My fellow non-drivers, my fellow bikers and bus users, my walkers and my Metro lovers—those of you, from Santa Monica to Boyle Heights, who do not drive and do not want to drive, please, lend me your ears.
It is our time! Los Angeles is a non-driving city. We have known this for years, some of us for decades. We know the right streets to bike on. We know the most important buses. We know that more subway lines are coming soon. We are very in touch with what is happening in our streets, because we rely on them in a way that drivers do not. We are Los Angeles non-drivers and we must flash our TAP cards with pride.
For some—myself included—this can be difficult. Our movement may seem trendy, stubborn, or sanctimonious to the uninformed, but this is a very real cause, an altruistic effort to build community and make the city better for everyone. Although the mindset is slowly changing (the trains are getting fuller, the bike lanes can turn into a mini Tour de France), there is still a stigma attached to not driving in Los Angeles. The reactions are mostly subtle but also skeptical and sometimes shocked: You are simultaneously a superhero who defies all odds and a person of questionable repute (“He takes the bus…”). At best, this is unimaginative (at worst: classist), but sometimes, it’s easier to just say you took UberX than explain the complicated bus route that got you from Echo Park to the ocean (the Local 4 to downtown, and then the Rapid 704).
From working in certain industries in Los Angeles—particularly fashion and entertainment—I know to smile and nod when someone hands me a parking pass. I wonder to myself if I can hang it on the rearview mirror of the 217 bus I take to work. “I don’t need a parking pass,” I should say. “I take the bus.”
To be an L.A. non-driver, you have to adopt the mindset and embrace the identity. Step out of those Metro doors and be proud that you don’t have to think about traffic and are getting some exercise from all that walking. You have more time to read now. You don’t need to pay for gas every week. You don’t need to deal with car insurance. You can swap stories of transportation mishaps and colorful riders with likeminded warriors.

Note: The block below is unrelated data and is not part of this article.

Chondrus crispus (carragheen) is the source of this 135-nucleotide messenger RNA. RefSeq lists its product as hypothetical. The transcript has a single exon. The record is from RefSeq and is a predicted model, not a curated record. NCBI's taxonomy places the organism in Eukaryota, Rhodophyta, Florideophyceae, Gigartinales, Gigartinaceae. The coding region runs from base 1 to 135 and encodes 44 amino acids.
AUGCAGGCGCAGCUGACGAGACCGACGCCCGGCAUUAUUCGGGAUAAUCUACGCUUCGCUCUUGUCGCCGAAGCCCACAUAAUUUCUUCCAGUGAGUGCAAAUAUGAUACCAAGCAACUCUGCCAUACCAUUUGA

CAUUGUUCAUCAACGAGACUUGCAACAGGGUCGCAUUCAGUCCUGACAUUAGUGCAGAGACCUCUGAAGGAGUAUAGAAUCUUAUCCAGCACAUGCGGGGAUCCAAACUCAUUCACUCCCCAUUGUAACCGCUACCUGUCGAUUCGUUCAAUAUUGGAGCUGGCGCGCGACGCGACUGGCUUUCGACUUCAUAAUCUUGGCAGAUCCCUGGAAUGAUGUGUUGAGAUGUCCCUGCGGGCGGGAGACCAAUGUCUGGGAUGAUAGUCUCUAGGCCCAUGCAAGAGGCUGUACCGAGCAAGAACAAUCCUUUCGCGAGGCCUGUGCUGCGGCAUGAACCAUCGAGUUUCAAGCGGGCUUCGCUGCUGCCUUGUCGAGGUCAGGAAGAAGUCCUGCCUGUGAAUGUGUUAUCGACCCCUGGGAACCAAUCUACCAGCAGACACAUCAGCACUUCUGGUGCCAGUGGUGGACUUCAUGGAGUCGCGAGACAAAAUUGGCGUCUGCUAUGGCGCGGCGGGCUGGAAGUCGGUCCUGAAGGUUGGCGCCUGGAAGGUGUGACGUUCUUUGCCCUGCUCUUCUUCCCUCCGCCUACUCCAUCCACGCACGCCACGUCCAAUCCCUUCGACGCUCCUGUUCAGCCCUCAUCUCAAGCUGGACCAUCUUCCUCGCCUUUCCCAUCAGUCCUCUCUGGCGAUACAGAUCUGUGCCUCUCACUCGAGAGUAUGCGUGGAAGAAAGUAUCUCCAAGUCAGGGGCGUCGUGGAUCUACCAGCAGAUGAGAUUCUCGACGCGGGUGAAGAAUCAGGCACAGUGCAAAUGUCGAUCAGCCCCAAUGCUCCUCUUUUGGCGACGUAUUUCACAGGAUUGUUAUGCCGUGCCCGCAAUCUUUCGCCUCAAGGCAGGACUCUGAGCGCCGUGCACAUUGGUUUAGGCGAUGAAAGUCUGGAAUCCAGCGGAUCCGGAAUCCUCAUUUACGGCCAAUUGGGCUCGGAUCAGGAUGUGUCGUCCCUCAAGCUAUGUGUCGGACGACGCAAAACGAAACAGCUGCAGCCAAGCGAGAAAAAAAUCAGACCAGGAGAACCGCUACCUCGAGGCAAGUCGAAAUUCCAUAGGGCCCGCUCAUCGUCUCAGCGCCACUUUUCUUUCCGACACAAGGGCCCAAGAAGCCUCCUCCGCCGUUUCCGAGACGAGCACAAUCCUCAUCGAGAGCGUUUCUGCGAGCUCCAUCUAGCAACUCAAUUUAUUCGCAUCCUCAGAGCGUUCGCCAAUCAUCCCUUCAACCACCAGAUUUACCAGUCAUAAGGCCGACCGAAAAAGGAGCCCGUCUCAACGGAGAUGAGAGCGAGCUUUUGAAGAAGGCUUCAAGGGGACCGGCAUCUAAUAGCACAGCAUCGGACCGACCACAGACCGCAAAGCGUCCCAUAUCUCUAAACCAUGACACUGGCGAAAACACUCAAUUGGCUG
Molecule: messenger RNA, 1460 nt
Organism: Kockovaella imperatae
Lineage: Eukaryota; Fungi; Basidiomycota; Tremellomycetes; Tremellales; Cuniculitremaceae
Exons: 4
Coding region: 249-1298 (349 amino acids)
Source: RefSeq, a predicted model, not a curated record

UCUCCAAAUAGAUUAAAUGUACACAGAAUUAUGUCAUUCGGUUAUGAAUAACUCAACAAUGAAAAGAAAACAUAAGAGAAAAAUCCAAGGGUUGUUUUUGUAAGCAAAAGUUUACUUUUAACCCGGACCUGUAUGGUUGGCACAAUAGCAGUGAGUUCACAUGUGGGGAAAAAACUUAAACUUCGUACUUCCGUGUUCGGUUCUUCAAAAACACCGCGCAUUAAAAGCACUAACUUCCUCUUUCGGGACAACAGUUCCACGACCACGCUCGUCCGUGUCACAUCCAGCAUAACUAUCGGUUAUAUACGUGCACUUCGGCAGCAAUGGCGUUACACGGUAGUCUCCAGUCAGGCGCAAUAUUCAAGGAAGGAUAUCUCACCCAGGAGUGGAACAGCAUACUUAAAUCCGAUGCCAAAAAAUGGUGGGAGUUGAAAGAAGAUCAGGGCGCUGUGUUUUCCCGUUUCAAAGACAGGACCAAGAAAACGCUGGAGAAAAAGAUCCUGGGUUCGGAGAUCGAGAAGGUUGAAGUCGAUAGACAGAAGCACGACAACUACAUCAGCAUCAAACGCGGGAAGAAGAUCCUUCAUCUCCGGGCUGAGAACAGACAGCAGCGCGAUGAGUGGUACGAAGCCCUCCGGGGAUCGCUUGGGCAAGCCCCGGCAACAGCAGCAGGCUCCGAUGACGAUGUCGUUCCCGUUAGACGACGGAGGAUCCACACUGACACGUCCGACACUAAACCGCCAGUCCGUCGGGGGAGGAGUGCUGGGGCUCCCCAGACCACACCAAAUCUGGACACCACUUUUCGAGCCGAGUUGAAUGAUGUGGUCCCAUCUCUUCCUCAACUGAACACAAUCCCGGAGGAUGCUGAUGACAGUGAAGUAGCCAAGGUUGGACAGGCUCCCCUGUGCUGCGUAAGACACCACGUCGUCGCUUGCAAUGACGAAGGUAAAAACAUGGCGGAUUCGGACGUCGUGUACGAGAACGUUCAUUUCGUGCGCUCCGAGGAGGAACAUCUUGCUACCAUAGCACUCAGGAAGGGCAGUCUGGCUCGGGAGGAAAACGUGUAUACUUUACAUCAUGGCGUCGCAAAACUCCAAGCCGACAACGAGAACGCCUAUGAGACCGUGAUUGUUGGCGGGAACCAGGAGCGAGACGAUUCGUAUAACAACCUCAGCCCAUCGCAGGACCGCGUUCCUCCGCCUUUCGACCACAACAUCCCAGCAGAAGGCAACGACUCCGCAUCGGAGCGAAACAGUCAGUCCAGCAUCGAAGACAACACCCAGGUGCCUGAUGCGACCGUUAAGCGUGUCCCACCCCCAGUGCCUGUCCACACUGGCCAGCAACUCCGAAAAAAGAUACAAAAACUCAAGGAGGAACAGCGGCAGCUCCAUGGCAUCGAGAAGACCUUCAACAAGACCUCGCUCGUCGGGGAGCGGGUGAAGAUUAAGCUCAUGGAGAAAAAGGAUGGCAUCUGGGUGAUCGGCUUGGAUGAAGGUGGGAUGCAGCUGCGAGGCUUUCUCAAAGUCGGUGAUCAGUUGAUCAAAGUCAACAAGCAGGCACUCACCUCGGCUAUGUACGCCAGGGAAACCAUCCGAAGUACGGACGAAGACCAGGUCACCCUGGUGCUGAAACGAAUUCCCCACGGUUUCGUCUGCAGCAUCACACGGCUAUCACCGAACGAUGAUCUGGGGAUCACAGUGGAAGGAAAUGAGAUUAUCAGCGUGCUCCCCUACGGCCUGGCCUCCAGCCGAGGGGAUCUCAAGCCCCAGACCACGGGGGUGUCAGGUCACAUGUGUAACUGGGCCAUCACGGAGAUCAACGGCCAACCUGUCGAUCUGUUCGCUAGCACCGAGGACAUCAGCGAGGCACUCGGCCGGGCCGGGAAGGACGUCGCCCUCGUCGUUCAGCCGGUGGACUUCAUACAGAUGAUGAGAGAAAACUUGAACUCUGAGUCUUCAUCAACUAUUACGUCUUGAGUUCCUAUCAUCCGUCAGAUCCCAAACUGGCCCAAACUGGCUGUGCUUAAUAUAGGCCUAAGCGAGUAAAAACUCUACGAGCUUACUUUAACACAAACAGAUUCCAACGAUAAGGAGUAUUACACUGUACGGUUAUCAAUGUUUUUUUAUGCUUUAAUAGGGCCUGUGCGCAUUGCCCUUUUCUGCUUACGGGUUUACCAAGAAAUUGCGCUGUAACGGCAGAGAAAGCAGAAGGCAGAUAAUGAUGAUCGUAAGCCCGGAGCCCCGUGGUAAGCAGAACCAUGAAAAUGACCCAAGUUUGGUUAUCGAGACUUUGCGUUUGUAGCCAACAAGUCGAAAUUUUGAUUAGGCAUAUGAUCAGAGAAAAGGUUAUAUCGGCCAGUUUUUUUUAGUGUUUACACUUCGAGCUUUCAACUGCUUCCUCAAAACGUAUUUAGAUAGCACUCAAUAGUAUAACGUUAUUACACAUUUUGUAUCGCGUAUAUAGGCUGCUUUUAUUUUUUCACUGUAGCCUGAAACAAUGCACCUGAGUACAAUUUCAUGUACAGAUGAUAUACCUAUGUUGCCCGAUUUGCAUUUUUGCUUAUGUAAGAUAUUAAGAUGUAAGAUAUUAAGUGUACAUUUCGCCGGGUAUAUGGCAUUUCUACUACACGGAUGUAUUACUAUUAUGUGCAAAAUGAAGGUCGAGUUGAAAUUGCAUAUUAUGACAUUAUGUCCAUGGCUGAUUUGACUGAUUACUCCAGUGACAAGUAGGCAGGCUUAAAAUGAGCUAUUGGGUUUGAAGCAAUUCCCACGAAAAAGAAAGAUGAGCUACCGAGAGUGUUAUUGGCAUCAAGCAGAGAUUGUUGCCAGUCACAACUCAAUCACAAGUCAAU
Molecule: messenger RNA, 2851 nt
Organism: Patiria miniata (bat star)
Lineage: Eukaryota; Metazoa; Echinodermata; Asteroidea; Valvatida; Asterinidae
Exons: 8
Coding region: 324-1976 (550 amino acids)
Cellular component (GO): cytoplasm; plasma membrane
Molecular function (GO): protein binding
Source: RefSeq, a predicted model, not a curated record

Being vocal about being a non-driver is important because, the louder we are, the more likely it is that people will learn that a non-driving culture actually exists here. I mean, there’s a rumor out there that we don’t even have a Metro system!? People move to L.A. assuming they have to drive, that everyone in their household needs their own car. “Who rides the bus?” they wonder. You do. Let friends and acquaintances picture that.
Is this ever a hassle? Of course. The city is big and slowness is part of the deal. No one ever knows exactly how long it’s going to take to get from one place to another. There could be traffic, an accident, a few drops of rain, and bam, total gridlock. My main means of transportation is biking, which avoids most of these problems, but if I’m too lazy and I take the bus, at least I get to enjoy the view without worrying whether the Prius up ahead is going to cut me off by making a quick left.
Yeah, you do need to build in extra time, and you do need to sacrifice a little sanity. I am constantly arriving to meetings sweaty and somewhat malodorous because I had to bike 10 miles. But you know what? I burned off some calories. Other times, I just have to suck it up and realize, “Hey, I am going to be late” or “Hey, I will just have to skip this” or “Hey”—the ultimate hey—“I have to ask for a ride or actually take Uber.” But that's OK. That still counts as interacting with my community.
Maybe we non-drivers need a unifying mark that announces our identity, or buttons to wear, or something so that people know you don’t have to drive to be an Angeleno.This may be a call to arms only to myself, but I hope I’m not alone: Brand yourself as a Los Angeles non-driver and don’t stop until a friend says, “Hey, I started taking the bus because of you, and it’s great.”
Kyle Fitzpatrick is a writer, an infrequent performer, and a lover of dogs, art, shorts, champagne, and L.A. You can find his musings Fridays on CityThink. For more, check out his locally focused art, design, and culture website, Los Angeles, I'm Yours, or follow him on Twitter and Instagram.